Every metaphysical discipline (I like to call them that because I think of the phrase as more inclusive than the word “religion”) has its own mythology of the soul. What happens to a person or animal or both after death is an important part of human thought, and must have given our ancestors a lot to debate about. Some animating force leaves a person when they die. But what is it and what happens next. Voudon, of course, has an answer that satisfies its world view and this Samedi and next we will meet the four components that make up the body and spirit of a voudonist.
The belief that all things, rocks, trees, water, bugs, animals, humans and so much more are part of the great God known as the Bon Dieu or Bondye is central to Voudon. There is nothing and no one left out. Bon Dieu animates us all but is so far from us, so busy with an entire Universe of worries and joys, that it (God is not thought of as male or female in Voudon) cannot do more than simply give us a bit of its energy and then let the intercession of both good and bad spirits help us along through life.
There are four components to the human creature, most of which are shared by other life on Earth with the important exception of just one. We will talk about the spiritual components next week. For today let us look at the mortal/physical portions of all things.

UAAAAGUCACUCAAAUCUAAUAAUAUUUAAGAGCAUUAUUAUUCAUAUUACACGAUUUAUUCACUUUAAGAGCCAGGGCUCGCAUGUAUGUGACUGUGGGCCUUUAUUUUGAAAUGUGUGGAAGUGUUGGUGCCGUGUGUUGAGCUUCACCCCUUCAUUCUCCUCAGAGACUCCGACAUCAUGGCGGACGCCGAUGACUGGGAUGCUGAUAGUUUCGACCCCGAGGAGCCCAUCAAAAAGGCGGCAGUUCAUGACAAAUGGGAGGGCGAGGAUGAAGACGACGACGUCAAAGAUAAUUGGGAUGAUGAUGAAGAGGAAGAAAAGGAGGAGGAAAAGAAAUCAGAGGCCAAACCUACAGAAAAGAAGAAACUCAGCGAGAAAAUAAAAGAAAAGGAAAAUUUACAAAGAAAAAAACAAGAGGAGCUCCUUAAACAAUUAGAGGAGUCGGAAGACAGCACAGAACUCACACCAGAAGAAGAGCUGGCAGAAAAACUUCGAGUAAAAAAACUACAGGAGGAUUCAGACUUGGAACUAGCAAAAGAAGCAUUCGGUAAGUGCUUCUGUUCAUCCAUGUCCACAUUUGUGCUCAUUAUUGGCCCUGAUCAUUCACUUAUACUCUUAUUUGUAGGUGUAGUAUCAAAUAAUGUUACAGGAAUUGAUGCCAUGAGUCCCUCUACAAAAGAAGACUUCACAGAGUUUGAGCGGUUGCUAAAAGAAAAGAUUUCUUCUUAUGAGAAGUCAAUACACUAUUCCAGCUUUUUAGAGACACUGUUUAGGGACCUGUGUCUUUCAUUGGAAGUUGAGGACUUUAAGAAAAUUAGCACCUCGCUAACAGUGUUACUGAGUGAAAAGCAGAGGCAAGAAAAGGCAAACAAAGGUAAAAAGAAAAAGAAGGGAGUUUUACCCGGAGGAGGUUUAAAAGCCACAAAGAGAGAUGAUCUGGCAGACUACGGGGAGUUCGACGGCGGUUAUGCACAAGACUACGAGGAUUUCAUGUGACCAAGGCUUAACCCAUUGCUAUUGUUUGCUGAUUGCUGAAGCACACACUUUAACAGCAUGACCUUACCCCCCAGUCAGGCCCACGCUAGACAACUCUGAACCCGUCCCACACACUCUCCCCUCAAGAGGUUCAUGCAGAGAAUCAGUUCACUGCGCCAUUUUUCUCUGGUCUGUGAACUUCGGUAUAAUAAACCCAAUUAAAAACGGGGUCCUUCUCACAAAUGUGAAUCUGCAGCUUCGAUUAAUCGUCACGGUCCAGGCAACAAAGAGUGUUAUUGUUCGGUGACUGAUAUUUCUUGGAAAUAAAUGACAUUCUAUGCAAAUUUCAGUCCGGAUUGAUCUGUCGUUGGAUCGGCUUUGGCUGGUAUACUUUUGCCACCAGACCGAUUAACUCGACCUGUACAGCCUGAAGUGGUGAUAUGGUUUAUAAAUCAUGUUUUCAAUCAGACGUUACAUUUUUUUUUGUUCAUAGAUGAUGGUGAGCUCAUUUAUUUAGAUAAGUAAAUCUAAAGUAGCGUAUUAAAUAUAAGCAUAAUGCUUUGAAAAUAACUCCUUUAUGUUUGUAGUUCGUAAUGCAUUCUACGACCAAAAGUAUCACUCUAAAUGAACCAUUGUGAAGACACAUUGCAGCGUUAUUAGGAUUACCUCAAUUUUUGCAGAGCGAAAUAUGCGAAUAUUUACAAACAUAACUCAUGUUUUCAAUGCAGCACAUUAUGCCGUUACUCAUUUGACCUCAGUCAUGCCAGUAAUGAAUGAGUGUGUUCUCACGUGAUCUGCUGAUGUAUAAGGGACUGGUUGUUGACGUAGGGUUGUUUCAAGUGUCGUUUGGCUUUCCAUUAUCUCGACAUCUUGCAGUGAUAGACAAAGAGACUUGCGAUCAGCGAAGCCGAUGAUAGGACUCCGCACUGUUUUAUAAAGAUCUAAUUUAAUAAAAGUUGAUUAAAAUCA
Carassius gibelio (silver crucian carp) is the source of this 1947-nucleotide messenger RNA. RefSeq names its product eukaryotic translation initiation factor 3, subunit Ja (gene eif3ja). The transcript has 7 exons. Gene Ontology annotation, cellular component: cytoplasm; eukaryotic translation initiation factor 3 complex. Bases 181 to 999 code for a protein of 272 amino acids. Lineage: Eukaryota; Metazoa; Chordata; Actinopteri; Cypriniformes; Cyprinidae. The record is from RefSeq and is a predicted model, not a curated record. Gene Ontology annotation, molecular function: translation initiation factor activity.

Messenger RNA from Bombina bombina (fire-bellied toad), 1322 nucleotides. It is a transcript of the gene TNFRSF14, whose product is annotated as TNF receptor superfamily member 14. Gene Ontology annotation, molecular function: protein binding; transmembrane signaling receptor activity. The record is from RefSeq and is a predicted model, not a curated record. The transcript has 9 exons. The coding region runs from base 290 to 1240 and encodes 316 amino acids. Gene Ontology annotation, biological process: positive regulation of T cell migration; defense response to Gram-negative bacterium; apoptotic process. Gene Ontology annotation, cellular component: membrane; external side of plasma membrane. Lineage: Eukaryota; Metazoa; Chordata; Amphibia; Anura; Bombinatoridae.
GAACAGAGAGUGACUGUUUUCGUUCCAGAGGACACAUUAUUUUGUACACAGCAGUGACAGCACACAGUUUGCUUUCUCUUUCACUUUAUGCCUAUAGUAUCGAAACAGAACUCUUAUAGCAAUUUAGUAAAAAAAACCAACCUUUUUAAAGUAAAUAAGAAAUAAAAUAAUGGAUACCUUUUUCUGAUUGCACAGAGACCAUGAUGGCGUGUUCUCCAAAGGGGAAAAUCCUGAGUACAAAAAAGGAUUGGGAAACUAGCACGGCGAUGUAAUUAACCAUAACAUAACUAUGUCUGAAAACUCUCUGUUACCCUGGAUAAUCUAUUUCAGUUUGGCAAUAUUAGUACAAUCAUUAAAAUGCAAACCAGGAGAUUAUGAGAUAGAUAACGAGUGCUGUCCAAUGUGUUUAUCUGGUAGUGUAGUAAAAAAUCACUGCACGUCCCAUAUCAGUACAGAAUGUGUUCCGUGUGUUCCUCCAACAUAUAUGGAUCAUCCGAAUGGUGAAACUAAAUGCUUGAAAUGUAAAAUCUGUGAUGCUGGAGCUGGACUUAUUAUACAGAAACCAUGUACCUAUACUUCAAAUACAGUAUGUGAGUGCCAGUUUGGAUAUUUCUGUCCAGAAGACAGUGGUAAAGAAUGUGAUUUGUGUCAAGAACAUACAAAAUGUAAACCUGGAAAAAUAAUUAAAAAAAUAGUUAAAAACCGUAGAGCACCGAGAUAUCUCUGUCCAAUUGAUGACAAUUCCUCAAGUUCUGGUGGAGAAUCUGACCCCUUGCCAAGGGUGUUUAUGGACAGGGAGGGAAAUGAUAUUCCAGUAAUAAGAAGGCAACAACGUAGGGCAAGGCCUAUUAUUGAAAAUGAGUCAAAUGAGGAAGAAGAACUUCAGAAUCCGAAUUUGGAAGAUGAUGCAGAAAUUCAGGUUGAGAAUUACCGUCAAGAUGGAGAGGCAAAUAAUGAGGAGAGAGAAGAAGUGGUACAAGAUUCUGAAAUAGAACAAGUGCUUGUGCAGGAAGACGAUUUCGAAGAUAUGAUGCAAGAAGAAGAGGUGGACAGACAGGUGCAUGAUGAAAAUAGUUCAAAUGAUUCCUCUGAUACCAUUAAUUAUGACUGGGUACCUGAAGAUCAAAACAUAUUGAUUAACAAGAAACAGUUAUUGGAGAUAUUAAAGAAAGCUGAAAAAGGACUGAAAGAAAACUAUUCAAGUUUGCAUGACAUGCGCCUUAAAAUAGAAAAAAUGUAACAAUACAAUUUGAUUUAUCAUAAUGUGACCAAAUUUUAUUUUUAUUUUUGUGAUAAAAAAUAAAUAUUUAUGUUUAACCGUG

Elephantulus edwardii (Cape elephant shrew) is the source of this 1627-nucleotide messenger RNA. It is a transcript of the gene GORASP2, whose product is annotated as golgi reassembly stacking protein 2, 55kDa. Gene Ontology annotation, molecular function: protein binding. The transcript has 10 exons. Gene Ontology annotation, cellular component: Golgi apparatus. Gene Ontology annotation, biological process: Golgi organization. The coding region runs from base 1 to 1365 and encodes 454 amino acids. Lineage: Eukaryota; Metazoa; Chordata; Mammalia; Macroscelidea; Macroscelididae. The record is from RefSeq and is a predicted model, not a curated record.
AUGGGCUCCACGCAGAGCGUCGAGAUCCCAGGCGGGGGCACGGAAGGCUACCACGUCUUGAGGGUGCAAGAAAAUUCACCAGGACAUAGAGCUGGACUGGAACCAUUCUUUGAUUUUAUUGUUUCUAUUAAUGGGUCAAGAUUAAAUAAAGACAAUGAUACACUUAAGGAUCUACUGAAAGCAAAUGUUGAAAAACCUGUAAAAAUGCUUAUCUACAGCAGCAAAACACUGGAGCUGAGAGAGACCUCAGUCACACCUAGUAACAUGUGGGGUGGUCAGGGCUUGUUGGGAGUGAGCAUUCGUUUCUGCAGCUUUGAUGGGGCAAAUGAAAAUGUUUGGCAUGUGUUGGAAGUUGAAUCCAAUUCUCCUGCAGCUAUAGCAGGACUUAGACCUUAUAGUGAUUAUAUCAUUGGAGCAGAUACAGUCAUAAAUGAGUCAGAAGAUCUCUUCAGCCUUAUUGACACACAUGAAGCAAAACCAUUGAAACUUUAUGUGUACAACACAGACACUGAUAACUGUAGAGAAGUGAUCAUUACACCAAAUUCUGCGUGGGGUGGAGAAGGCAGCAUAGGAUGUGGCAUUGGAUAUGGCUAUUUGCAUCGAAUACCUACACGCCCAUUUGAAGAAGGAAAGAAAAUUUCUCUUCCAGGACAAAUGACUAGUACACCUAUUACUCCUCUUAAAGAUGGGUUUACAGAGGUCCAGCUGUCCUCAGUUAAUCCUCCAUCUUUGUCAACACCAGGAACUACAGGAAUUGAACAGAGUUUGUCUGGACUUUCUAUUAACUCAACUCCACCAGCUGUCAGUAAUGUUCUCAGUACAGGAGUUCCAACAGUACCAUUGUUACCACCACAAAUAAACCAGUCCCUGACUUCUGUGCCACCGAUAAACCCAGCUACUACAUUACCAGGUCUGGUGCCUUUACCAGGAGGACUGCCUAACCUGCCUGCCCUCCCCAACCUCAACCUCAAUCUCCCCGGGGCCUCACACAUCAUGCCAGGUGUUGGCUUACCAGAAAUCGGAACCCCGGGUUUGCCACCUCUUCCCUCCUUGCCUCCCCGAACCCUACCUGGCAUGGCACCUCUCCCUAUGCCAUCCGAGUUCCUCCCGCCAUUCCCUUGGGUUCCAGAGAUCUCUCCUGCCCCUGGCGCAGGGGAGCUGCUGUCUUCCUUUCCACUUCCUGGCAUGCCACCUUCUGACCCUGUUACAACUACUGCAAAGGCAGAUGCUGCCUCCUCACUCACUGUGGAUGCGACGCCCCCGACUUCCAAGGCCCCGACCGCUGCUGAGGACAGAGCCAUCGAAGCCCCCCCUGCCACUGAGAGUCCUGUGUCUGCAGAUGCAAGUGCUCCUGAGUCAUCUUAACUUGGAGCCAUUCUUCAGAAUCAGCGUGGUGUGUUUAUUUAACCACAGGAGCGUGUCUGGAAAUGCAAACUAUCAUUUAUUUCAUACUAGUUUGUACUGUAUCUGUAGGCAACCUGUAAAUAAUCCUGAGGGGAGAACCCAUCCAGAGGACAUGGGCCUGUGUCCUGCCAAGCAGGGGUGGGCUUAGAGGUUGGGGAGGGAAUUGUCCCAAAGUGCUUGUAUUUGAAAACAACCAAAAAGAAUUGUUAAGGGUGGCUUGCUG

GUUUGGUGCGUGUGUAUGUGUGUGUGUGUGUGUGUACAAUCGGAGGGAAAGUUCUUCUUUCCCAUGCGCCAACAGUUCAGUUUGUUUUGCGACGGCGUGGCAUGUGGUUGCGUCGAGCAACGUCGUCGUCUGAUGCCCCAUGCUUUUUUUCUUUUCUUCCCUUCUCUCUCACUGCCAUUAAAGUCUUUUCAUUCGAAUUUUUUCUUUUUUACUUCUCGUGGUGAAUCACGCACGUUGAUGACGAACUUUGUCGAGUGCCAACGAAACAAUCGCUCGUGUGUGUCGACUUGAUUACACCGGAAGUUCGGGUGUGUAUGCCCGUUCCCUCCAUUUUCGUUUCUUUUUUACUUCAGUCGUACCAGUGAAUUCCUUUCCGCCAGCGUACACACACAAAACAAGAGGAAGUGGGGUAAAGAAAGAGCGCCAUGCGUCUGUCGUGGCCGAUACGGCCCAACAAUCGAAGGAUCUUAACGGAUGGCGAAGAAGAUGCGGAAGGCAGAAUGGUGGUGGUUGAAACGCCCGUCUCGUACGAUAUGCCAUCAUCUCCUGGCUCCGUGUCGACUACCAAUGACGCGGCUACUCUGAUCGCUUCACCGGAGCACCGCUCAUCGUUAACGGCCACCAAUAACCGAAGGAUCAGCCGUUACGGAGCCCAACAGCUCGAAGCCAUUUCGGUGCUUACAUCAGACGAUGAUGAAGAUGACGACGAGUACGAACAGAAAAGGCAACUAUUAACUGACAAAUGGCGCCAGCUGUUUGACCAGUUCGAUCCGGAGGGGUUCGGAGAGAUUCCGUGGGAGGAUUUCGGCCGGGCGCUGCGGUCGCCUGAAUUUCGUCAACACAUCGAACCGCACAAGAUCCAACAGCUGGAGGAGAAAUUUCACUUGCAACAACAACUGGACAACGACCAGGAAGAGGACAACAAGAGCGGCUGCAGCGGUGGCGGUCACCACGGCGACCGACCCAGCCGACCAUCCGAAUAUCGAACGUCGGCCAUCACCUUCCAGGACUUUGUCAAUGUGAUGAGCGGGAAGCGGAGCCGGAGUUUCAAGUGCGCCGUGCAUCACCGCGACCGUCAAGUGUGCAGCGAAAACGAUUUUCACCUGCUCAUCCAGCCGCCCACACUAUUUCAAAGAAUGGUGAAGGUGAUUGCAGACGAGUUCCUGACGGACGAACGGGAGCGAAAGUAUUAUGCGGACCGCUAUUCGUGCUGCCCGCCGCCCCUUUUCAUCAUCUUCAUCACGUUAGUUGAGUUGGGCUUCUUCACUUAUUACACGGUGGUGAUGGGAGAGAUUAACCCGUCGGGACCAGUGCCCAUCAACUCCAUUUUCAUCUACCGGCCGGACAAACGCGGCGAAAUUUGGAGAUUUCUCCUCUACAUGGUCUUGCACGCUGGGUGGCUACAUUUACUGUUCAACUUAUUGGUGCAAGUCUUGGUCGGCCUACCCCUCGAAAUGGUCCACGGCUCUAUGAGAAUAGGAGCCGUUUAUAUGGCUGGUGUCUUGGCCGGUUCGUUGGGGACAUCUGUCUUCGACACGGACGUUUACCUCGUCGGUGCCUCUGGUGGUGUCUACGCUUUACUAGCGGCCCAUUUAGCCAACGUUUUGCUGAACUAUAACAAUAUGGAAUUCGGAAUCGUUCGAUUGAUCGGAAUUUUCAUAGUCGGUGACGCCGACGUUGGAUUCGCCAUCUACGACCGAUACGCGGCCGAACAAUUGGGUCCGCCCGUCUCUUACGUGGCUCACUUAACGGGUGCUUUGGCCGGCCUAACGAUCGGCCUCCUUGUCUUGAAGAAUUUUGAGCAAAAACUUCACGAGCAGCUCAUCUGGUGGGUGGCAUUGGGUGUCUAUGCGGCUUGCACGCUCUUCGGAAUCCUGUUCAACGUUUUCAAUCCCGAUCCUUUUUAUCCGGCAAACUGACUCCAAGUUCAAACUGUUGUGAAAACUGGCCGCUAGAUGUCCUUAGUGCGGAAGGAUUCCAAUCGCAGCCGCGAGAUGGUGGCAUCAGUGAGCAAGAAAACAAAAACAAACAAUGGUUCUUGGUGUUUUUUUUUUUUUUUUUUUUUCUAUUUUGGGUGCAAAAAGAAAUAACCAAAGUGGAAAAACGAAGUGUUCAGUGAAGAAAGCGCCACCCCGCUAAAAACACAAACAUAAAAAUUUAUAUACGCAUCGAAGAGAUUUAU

First is the body in which we abide known as the corps cadavre. It is not hard to imagine that this refers to the physical body which begins to deteriorate almost immediately after death. Corps cadavre literally translated means “body corpse” and at that point the meaning is clear. We are walking around in an animated shell, beautiful, strong, capable and intricate, but destined to rot from the inside out. Though not pretty, the concept is certainly honest.
The nanm is usually translated from Creole/kreyol as “soul” but this is deceptive. In fact, the nanm is an Earth-bound, animating force shared by all creatures on our planet. It allows us to move, talk and function while alive. When we die it quickly and without encouragement returns to the Earth from which it came. The idea of the nanm is not necessarily from either African or European spiritual traditions and could very well have come from the native Arawak and Taino people that originally inhabited Hispaniola.
And so we will end for today. Bon Samedi ~
Header: Photograph by the amazing Conrad Louis-Charles; visit his website here